Similar to humans, robots benefit from interacting with their environment through a number of different sensor modalities, such as vision, touch, sound. However, learning from different sensor modalities is difficult, because the learning model must be able to handle diverse types of signals, and learn a coherent representation even when parts of the sensor inputs are missing. In this paper, a multimodal variational autoencoder is proposed to enable an iCub humanoid robot to learn representations of its sensorimotor capabilities from different sensor modalities. The proposed model is able to (1) reconstruct missing sensory modalities, (2) predict the sensorimotor state of self and the visual trajectories of other agents actions, and (3) control the agent to imitate an observed visual trajectory. Also, the proposed multimodal variational autoencoder can capture the kinematic redundancy of the robot motion through the learned probability distribution. Training multimodal models is not trivial due to the combinatorial complexity given by the possibility of missing modalities. We propose a strategy to train multimodal models, which successfully achieves improved performance of different reconstruction models. Finally, extensive experiments have been carried out using an iCub humanoid robot, showing high performance in multiple reconstruction, prediction and imitation tasks.
Zhang F, Cully A, Demiris Y, 2019, Probabilistic real-time user posture tracking for personalized robot-assisted dressing, IEEE Transactions on Robotics, Vol: 35, Pages: 873-888, ISSN: 1552-3098
Robotic solutions to dressing assistance have the potential to provide tremendous support for elderly and disabled people. However, unexpected user movements may lead to dressing failures or even pose a risk to the user. Tracking such user movements with vision sensors is challenging due to severe visual occlusions created by the robot and clothes. In this paper, we propose a probabilistic tracking method using Bayesian networks in latent spaces, which fuses robot end-effector positions and force information to enable cameraless and real-time estimation of the user postures during dressing. The latent spaces are created before dressing by modeling the user movements with a Gaussian process latent variable model, taking the user’s movement limitations into account. We introduce a robot-assisted dressing system that combines our tracking method with hierarchical multitask control to minimize the force between the user and the robot. The experimental results demonstrate the robustness and accuracy of our tracking method. The proposed method enables the Baxter robot to provide personalized dressing assistance in putting on a sleeveless jacket for users with (simulated) upper-body impairments.
Arulkumaran K, Cully A, Togelius J, 2019, AlphaStar: an evolutionary computation perspective, The Genetic and Evolutionary Computation Conference 2019, Publisher: ACM, Pages: 314-315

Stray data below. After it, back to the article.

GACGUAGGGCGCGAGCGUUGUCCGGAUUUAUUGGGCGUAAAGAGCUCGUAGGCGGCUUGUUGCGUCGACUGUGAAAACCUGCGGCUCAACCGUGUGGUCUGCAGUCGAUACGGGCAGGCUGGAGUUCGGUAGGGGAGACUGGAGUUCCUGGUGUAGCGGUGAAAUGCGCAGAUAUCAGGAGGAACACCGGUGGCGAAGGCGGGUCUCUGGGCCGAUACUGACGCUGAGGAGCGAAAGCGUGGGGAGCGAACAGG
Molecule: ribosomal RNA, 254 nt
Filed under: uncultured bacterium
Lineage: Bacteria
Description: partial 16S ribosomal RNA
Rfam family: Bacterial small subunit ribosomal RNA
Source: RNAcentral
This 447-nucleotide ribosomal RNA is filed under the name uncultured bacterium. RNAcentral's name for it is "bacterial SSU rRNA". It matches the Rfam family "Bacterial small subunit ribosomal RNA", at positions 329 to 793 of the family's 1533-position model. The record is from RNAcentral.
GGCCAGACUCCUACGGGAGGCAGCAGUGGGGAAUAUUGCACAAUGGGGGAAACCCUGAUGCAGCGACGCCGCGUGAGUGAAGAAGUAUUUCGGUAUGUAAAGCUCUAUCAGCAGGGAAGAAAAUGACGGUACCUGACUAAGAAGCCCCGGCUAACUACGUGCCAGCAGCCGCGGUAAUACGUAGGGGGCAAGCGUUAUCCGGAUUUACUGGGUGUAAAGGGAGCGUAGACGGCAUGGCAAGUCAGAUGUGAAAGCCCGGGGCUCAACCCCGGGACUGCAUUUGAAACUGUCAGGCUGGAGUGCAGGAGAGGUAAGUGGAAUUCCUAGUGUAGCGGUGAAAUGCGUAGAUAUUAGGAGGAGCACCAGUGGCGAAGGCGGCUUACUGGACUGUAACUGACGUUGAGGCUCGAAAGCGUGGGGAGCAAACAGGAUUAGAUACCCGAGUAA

In January 2019, DeepMind revealed AlphaStar to the world—thefirst artificial intelligence (AI) system to beat a professional playerat the game of StarCraft II—representing a milestone in the progressof AI. AlphaStar draws on many areas of AI research, includingdeep learning, reinforcement learning, game theory, and evolution-ary computation (EC). In this paper we analyze AlphaStar primar-ily through the lens of EC, presenting a new look at the systemandrelating it to many concepts in the field. We highlight some ofitsmost interesting aspects—the use of Lamarckian evolution,com-petitive co-evolution, and quality diversity. In doing so,we hopeto provide a bridge between the wider EC community and one ofthe most significant AI systems developed in recent times.
Cully A, 2019, Autonomous skill discovery with quality-diversity and unsupervised descriptors, Genetic and Evolutionary Computation Conference (GECCO '19), Publisher: ACM, Pages: 81-89
Quality-Diversity optimization is a new family of optimization al-gorithms that, instead of searching for a single optimal solutionto solving a task, searches for a large collection of solutions thatall solve the task in a different way. This approach is particularly promising for learning behavioral repertoires in robotics, as sucha diversity of behaviors enables robots to be more versatile and resilient. However, these algorithms require the user to manually define behavioral descriptors, which is used to determine whethertwo solutions are different or similar. The choice of a behavioral de-scriptor is crucial, as it completely changes the solution types thatthe algorithm derives. In this paper, we introduce a new method to automatically define this descriptor by combining Quality-Diversityalgorithms with unsupervised dimensionality reduction algorithms. This approach enables robots to autonomously discover the rangeof their capabilities while interacting with their environment. The results from two experimental scenarios demonstrate that robot canautonomously discover a large range of possible behaviors, without any prior knowledge about their morphology and environment. Furthermore, these behaviors are deemed to be similar to hand-crafted solutions that uses domain knowledge and signicantly more diverse than when using existing unsupervised methods.